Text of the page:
Articles Posted in Supreme Court

SCOTUSBlog has an interesting post about the court’s relist practice.  Some of us discussed the relist option when the court was considering the petition in United States v. Sullivan,  74 M.J. 448 (C.A.A.F. 2015) cert. denied.

When last we wrote about the statistics of relists a little over a year ago, it was to report on what was then a new trend: the court’s practice of routinely relisting petitions that are under serious consideration for review at second or subsequent conferences prior to entering orders granting or denying certiorari. The practice is by now an accepted feature of the certiorari process, and at least one relist is generally viewed as a necessary step on the way to a grant of further review. Here, we offer an update on the statistics of relists. Focusing on October Term 2015, we highlight some emerging trends in what appears to be an evolving practice.

Regrettably, on 3 October 2016 the court declined to take Captain Sullivan’s petition.








In preparing the petition for Schloff, we looked to the amount of cases coming through the system related to prosecutions under UCMJ art. 120.

The Army is “reporting” about 60% of cases for last year were sexual assault/120 cases.  We have not been able to gain similar “information” from the Air Force or Department of the Navy.  Anyone know?

On 30 November 2015, the Supreme Court heard oral argument in Musacchio v. United States, a case of potential interest to military justice practitioners.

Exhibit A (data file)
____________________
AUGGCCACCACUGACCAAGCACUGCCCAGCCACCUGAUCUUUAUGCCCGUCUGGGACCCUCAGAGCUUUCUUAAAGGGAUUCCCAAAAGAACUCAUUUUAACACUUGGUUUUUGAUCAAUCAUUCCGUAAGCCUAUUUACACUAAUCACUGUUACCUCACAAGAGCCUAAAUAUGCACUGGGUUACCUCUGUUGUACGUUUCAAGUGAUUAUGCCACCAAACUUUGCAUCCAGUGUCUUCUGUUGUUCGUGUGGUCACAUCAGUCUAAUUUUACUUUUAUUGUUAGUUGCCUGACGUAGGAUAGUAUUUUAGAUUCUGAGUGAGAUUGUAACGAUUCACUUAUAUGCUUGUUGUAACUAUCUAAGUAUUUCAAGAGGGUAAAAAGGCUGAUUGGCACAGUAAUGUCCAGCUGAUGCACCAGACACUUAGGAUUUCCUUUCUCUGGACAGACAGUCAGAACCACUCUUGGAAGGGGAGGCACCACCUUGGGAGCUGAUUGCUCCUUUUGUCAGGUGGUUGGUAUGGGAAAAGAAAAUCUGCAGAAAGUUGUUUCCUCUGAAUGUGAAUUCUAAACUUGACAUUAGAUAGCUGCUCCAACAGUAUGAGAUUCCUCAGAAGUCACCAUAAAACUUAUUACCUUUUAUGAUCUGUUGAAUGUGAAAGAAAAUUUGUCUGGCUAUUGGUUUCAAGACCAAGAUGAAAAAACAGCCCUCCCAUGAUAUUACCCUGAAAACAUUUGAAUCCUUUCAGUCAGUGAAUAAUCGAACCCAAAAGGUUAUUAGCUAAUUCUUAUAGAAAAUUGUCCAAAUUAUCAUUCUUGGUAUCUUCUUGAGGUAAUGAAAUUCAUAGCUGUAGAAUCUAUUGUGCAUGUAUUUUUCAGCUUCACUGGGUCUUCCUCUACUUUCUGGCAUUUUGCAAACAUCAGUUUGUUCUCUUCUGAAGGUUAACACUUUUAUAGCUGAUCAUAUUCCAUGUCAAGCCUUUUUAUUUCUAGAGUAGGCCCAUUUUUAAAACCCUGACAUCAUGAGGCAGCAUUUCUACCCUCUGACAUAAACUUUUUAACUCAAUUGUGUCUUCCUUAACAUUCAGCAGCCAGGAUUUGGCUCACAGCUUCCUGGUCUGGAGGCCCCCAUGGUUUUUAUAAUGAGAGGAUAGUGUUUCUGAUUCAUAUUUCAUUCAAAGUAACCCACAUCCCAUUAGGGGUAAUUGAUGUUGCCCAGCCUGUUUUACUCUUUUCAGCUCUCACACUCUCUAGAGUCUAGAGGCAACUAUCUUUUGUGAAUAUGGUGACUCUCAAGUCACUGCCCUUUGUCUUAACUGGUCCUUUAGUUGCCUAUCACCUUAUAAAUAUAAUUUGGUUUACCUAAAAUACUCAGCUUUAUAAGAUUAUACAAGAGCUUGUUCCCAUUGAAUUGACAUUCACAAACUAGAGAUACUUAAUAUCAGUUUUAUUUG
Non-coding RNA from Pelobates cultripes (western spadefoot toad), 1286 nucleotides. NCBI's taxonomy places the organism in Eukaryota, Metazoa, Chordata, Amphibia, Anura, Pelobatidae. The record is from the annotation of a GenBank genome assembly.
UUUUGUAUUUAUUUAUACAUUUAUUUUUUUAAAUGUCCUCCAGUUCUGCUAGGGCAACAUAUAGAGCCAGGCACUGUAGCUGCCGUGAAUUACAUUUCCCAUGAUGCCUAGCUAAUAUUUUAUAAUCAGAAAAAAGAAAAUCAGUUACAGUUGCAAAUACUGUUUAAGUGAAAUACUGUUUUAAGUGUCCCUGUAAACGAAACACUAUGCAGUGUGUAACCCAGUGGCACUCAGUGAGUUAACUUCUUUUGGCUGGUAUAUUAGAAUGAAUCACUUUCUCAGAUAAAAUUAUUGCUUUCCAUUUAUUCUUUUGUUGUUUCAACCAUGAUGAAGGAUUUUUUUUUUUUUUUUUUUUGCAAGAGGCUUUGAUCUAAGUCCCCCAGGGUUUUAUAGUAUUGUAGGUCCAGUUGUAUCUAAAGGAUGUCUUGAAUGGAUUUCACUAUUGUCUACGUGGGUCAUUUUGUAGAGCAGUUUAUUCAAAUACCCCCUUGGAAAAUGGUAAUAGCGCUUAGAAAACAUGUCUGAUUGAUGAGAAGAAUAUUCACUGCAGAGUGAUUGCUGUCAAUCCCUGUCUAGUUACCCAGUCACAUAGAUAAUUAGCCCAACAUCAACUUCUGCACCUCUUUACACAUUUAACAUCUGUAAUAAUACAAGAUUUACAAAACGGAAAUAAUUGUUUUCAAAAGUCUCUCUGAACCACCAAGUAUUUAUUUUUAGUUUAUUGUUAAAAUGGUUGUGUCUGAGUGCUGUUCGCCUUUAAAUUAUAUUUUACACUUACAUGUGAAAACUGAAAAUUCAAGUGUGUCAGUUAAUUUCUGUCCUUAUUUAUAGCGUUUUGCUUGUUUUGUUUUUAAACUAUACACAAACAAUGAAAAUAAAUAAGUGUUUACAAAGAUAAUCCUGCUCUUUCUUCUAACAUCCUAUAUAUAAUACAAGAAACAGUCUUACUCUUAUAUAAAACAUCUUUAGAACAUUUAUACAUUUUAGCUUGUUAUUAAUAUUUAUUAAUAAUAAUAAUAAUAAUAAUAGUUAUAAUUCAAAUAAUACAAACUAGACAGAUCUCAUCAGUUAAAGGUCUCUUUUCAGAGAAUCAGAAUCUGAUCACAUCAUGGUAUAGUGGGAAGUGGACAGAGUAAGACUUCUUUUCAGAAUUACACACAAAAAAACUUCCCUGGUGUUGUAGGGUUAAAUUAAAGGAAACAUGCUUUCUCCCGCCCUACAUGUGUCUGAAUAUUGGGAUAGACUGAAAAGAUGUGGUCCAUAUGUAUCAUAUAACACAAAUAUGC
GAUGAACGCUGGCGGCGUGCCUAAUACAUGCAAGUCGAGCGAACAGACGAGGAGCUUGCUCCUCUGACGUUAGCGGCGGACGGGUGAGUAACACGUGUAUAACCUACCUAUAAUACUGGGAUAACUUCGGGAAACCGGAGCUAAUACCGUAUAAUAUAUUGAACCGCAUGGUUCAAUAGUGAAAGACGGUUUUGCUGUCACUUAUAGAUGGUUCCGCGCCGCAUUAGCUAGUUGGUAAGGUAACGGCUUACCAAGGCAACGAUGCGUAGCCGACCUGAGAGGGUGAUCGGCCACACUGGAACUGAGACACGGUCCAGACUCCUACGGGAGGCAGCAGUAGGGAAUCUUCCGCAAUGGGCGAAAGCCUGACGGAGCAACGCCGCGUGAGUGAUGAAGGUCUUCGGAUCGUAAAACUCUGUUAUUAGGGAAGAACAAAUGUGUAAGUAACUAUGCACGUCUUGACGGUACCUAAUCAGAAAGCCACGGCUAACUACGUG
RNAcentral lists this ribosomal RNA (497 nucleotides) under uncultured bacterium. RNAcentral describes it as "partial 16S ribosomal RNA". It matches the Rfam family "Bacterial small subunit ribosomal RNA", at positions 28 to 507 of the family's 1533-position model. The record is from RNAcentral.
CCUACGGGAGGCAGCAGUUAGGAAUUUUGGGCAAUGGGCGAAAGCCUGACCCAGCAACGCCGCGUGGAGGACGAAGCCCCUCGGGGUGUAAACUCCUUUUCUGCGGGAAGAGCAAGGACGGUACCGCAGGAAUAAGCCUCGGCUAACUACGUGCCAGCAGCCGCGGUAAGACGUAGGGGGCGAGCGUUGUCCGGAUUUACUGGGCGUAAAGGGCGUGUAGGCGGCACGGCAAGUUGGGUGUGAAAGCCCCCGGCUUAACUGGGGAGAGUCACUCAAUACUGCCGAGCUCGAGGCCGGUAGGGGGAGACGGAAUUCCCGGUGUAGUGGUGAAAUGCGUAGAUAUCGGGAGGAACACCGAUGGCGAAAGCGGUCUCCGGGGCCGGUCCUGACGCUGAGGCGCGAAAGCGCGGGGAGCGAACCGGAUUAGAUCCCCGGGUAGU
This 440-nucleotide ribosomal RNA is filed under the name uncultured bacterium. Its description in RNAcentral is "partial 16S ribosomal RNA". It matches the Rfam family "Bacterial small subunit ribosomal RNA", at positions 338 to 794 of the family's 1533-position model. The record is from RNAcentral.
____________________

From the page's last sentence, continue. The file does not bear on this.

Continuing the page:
There are two questions presented.

(1) Whether the law-of-the-case doctrine requires the sufficiency of the evidence in a criminal case to be measured against the elements described in the jury instructions where those instructions, without objection, require the government to prove additional or more stringent elements than do the statute and indictment; and

The problem is that the CCA’s don’t do that enough.  But at least they have the power.

In United States v. Quick:

The underlying issue is whether Article 66(d), UCMJ, authorizes the CCAs to order sentence-only rehearings. The government argues that the CCAs do not have that authority and asks that we overrule this court’s decision in United States v. Miller, 370 C.M.A. 296, 27 C.M.R. 10 (1956), in which we specifically recognized the authority of the CCAs to order sentence-only rehearings. The government asserts that Miller was wrongly decided in light of Jackson v. Taylor, 353 U.S. 569 (1957).

Professor Friedman has posted various amicus pleadings on his blog here.  He lists one not currently on the SCOTUSBlog for the case.  A little more here with Supreme Court cases with potential impact on military justice.  Professor Friedman does note as to his own filing:

There are a couple of passages that I would amend if I could, in which I refer to the "primary purpose" test and appear to assume that it governs a case like this. I believe a "reasonable anticipation" test is far preferable, and I am hoping that the "primary purpose" test will eventually recede, perhaps first by being confined to interrogations. The recent decision of the Michigan Supreme Court in People v. Fackelman,, which I expect to discuss in a post in the very near future, raises my hopes that this may turn out to be true.

SCOTUSBlog reports their “petition of the day,” which is a criminal evidence case with potential relevance to military justice practitioners – Childers v. Florida, if granted.

Issue two is:

2. Should the Court resolve a conflict in the Circuits and clarify whether its Confrontation Clause
precedents, Olden v. Kentucky, 488 U.S. 227 (1988), Delaware v. Van Arsdall, 475 U.S. 673 (1986), and
Davis v. Alaska, 415 U.So 308 (1974), permit a trial court to preclude cross-examination into the bias of a key witness on the ground that the trial court has allowed some cross-examination into bias.